Dogs Swimming: Safety in Rivers, Lakes, and Oceans

Author: Marissa Busch

Published: February 12, 2019

Updated: May 24, 2021

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dog swimming in the lake

Swimming is a great form of exercise and entertainment for your dog. And if you live near a body of water such as a river, lake, or ocean (or are visiting one), the water can provide hours of fun for you and your dog.

Does your dog know how to swim?

It’s a good idea to get your dog used to the water at an early age, since not every dog naturally knows how to swim. You can help your pup get comfortable with the water by introducing them to it early and safely — whether it be in the local lake, at the beach, or even a pool in your own backyard. Learn more about teaching your dog to swim.

Water can also carry its own share of significant hazards for dogs that you should be aware of and keep an eye out for to prevent problems. Below is a list of the most common and serious water and swimming-related hazards for pups swimming in rivers, lakes, and oceans. After all … knowing is half the battle!

Hazards in Rivers, Lakes, and Oceans

Drowning and near-drowning

Every year, many dogs drown or suffer from “near drowning” (a.k.a. “dry drowning”) events when they get water in their lungs while swimming and then suffer inflammation, infection, and other problems because of it a few to several days later. And it’s not just novice swimmers or those in rough oceans and lakes. Dogs get water in their lungs in ponds, lakes, rivers, oceans, and even backyard pools. Read how Sparky was saved from drowning twice in one day.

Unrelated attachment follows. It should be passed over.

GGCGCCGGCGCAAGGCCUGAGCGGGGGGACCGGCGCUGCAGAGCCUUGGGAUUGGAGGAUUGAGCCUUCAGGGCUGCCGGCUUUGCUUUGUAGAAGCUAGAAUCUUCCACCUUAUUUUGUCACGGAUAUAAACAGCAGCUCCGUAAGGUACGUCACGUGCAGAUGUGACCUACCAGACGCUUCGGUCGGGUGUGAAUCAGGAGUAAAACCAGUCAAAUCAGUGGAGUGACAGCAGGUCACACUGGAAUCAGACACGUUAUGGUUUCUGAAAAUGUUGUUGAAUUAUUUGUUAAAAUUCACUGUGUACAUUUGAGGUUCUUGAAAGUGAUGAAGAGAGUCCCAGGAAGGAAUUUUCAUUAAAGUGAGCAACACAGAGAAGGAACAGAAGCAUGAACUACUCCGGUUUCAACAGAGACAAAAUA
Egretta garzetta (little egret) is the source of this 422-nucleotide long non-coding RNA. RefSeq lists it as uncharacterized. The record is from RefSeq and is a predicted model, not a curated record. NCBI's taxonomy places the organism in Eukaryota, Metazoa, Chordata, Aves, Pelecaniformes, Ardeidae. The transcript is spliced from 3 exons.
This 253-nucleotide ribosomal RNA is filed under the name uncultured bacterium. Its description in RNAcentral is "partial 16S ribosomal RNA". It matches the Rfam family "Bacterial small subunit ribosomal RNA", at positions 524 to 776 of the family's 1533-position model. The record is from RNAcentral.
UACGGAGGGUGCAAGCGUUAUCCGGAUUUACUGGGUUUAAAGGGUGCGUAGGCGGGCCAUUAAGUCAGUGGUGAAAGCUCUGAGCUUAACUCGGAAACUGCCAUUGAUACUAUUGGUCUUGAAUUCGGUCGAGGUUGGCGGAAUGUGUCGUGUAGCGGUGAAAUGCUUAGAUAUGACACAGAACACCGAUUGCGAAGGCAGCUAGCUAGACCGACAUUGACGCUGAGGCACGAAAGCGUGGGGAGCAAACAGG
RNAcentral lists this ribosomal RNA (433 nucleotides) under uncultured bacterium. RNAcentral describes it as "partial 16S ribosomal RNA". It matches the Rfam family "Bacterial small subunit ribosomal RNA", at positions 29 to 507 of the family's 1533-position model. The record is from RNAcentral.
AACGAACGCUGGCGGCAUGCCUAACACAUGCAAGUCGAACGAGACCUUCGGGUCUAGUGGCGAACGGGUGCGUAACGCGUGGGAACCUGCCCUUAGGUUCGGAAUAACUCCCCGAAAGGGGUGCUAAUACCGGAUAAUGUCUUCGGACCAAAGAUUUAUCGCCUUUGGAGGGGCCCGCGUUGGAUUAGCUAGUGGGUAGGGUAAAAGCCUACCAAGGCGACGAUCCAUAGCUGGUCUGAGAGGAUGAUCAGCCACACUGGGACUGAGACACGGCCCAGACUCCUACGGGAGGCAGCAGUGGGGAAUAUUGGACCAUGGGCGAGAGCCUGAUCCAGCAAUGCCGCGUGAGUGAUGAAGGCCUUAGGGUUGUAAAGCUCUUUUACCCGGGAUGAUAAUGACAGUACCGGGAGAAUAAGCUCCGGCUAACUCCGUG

Water Temperature

When your dog is playing in the water, keep the water temperature in mind, since they will tire out faster the colder the water is. If your dog doesn’t have an off-switch, make sure that you’re watching their energy levels and stopping play when your dog shows the signs of exhaustion.

dog blue green algae water

Harmful Algal Blooms

If you’re not yet familiar with harmful algal blooms (HABs) and your dog spends any time in the water (or you yourself do), please take note of these and learn to recognize and avoid them. HABs, like red tides and blue-green algae, can cause serious, debilitating, and even fatal problems for pets and people alike.

  • Red tides are overgrowths of particular types of algae that occur in oceans, bays, and estuaries that give the water a characteristic red color. These HABs can be extremely deadly and debilitating when they’re highly concentrated. The toxins released can even be present in the air when a red tide is bad. Learn more about red tides.

  • Blue-green algae, or cyanobacteria overgrowths, often impart a blueish-green hue to affected water, but not always. They mostly occur in still water like lakes, reservoirs, ponds, and canals. The toxins associated with blue-green algal overgrowths can cause everything ranging from mild skin irritation to severe liver failure. Learn more about blue-green algal overgrowths.

Check out our article all about Blue-Green Algal Blooms and how to spot them.

Rip Currents

Rip currents (sometimes erroneously referred to as “rip tides”) are powerful and dangerous currents of water that run perpendicular to and away from shore. They have carried both pets and people out to sea, some with tragic results. Contrary to what some people may believe, rip currents don’t just happen in the ocean. They can occur in any body of water with breaking waves – so not just oceans, but even larger lakes, like the Great Lakes. Be careful and learn how to recognize and escape rip currents, as warning signs aren’t always posted.